How do glucose levels affect the cognitive performance of patients with type 1 diabetes? How do glucose levels affect the cognitive performance of patients with type 1 diabetes?

How do glucose levels affect the cognitive performance of patients with type 1 diabetes?

How do glucose levels affect the cognitive performance of patients with type 1 diabetes?

A new study shows that fluctuations in blood sugar levels can affect thinking skills in different ways in people with type 1 diabetes (T1D).
The researchers looked specifically at what is known as cognitive processing speed (how quickly people process incoming information) and attention.

The results of the study conducted by researchers at McLean Hospital and Washington State University, published in the journal npj Digital Medicine, show that perception was slower in moments when glucose was unusual, that is, much higher or lower than someone's usual glucose level.

However, some were more susceptible than others to cognitive effects due to glucose fluctuations.

Type 1 diabetes (T1D) is an autoimmune disease characterized by glucose dysregulation. Previous studies have shown that very low and very high glucose levels impair cognitive function. However, technological limitations have made it difficult to study the effect of naturally occurring glucose fluctuations on cognition outside the laboratory, preventing researchers from obtaining repeated, high-frequency measurements within the same individuals over time. High-frequency measurements are necessary to understand whether glucose fluctuations affect cognition similarly in everyone.

In the new study, researchers used digital glucose sensors and smartphone-based cognitive tests to collect glucose data and results of repeated tests in 200 individuals with type 1 diabetes.

Glucose data were collected every five minutes, while cognitive data were collected three times a day for fifteen days, while the participants went about their daily lives normally. This allowed the researchers to examine the cognitive impact of naturally occurring glucose fluctuation. With so many data points from each individual, they were able to use machine learning to test whether the effect of glucose on cognition differed from person to person.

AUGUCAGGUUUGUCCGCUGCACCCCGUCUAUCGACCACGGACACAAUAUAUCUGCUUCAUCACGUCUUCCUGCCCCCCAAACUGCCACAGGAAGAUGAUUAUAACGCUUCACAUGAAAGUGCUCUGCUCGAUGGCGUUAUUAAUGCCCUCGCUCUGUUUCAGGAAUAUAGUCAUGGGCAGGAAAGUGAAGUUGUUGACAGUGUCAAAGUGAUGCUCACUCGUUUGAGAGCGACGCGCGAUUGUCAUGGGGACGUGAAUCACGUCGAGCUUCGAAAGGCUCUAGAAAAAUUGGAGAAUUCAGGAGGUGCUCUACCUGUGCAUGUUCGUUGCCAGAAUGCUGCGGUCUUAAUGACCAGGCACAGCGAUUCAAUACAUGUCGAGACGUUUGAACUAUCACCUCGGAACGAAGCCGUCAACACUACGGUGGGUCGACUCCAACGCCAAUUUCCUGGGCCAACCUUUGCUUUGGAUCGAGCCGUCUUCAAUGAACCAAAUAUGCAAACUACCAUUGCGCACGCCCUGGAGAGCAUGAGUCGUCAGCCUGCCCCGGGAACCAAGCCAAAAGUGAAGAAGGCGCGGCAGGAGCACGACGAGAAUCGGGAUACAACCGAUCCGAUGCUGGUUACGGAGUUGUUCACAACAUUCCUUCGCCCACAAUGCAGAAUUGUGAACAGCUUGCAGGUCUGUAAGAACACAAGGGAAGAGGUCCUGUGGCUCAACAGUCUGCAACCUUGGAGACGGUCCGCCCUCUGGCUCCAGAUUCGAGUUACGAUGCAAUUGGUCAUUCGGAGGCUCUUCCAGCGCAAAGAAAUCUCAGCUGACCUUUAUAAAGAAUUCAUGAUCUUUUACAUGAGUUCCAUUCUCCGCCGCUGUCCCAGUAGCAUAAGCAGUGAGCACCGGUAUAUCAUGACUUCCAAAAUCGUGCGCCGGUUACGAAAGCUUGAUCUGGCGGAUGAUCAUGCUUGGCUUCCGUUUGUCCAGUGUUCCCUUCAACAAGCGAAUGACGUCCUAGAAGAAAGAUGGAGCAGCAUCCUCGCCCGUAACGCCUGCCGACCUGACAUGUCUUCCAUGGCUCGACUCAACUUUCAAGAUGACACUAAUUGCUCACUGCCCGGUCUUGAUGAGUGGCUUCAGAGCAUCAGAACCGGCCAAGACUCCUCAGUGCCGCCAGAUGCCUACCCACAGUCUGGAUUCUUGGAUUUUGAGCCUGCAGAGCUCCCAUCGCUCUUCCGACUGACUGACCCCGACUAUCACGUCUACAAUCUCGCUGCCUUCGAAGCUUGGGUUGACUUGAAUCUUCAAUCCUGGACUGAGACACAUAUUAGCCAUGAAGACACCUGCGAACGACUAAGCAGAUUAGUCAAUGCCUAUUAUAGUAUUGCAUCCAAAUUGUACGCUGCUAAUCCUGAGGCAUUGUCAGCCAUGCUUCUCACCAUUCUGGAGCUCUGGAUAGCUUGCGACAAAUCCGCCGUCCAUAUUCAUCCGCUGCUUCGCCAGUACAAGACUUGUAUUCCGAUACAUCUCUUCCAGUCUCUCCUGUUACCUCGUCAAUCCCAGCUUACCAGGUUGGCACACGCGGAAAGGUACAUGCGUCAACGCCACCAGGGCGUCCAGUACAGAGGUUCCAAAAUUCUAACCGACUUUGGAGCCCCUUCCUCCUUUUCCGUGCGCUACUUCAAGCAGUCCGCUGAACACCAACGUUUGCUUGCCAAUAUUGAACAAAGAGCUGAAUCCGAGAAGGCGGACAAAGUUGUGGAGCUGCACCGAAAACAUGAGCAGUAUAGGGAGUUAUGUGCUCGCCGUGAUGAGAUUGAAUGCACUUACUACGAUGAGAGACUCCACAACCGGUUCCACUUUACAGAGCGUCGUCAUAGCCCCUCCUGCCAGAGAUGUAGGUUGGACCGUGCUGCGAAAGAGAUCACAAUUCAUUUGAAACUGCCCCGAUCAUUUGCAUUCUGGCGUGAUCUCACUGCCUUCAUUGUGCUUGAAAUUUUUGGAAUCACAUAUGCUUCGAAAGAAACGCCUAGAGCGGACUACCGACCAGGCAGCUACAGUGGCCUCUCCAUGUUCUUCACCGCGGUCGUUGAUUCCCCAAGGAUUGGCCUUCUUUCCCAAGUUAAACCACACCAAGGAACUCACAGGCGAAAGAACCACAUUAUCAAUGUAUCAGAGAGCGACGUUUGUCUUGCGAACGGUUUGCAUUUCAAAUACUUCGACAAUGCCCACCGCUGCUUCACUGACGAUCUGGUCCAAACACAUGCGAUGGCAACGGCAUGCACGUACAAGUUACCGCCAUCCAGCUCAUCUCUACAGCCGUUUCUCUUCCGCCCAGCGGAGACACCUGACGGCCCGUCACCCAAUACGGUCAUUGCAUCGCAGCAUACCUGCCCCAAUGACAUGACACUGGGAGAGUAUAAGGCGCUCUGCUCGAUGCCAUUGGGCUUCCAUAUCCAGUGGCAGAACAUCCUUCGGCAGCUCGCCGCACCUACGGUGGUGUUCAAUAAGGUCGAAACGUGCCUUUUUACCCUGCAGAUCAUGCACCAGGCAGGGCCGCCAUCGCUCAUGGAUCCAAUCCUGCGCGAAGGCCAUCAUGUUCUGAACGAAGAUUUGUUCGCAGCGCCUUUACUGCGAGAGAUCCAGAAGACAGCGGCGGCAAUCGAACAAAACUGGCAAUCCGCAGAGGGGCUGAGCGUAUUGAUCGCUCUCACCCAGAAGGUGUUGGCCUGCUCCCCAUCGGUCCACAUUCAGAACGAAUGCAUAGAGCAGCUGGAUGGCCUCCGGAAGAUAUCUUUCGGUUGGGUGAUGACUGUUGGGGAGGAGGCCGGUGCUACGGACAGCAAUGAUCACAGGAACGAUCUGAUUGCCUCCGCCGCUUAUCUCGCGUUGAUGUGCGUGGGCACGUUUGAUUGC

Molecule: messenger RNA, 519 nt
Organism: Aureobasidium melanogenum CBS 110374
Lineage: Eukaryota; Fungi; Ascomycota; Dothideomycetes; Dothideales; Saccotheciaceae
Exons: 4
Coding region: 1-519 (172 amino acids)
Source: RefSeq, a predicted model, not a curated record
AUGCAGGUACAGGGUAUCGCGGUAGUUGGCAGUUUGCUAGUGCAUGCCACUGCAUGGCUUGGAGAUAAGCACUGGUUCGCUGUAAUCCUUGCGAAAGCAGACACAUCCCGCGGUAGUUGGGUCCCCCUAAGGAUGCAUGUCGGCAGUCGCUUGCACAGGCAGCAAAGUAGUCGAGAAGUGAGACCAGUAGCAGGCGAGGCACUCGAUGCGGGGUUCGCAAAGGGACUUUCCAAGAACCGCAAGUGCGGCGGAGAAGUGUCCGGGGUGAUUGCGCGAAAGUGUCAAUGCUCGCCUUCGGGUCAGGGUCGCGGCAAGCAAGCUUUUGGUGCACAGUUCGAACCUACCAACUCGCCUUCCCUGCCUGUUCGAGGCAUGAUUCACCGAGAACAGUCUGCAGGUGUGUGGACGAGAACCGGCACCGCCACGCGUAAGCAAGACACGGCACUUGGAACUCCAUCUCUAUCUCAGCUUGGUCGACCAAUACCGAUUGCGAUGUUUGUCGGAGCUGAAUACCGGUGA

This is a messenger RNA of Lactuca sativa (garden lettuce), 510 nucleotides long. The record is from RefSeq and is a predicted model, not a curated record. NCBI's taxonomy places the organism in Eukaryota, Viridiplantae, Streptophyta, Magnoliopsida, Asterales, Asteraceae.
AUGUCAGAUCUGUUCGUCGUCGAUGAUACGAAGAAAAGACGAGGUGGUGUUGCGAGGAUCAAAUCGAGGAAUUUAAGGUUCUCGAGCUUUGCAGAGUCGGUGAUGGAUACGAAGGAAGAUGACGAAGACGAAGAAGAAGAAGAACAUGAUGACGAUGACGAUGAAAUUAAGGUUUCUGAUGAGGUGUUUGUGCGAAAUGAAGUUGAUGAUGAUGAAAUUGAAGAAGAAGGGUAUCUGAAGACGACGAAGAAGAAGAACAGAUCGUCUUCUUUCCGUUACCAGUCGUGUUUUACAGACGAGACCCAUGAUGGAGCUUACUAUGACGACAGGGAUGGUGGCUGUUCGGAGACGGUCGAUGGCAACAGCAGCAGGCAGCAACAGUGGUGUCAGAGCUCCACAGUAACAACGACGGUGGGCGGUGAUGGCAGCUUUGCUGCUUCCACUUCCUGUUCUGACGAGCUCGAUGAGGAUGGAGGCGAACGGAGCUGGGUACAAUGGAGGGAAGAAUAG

The study showed that cognitive function is impaired when the glucose level is much higher or lower than normal, however, cognitive declines were only observed when it came to processing speed, not attention.

The researchers hypothesized that processing speed is affected by short-term, momentary fluctuations in glucose levels, while sustained attention is affected by high or low glucose levels that persist over longer periods of time.

The researchers also found that people differed in how much glucose fluctuations affected their cognitive speed, and that some people, including older adults and adults with certain health conditions, were more affected by glucose fluctuations than others.

“Our results show that people can differ greatly from each other in how their brains are affected by glucose,” said Laura Germain, co-lead author of the study and director of the Maclean’s Laboratory for Brain Technology and Cognitive Health. “We found that reducing glucose fluctuations in daily life is important for improving processing speed.” "This is especially true for people who are older or have other health conditions associated with diabetes."

One surprising finding was that people with type 1 diabetes tend to reach peak intellectual performance when their blood sugar levels are slightly above normal.

“This was an important finding because people with diabetes often feel better at a glucose level higher than what is considered healthy,” said Naomi Chaytor, co-lead author, professor and department chair at Washington State University. 


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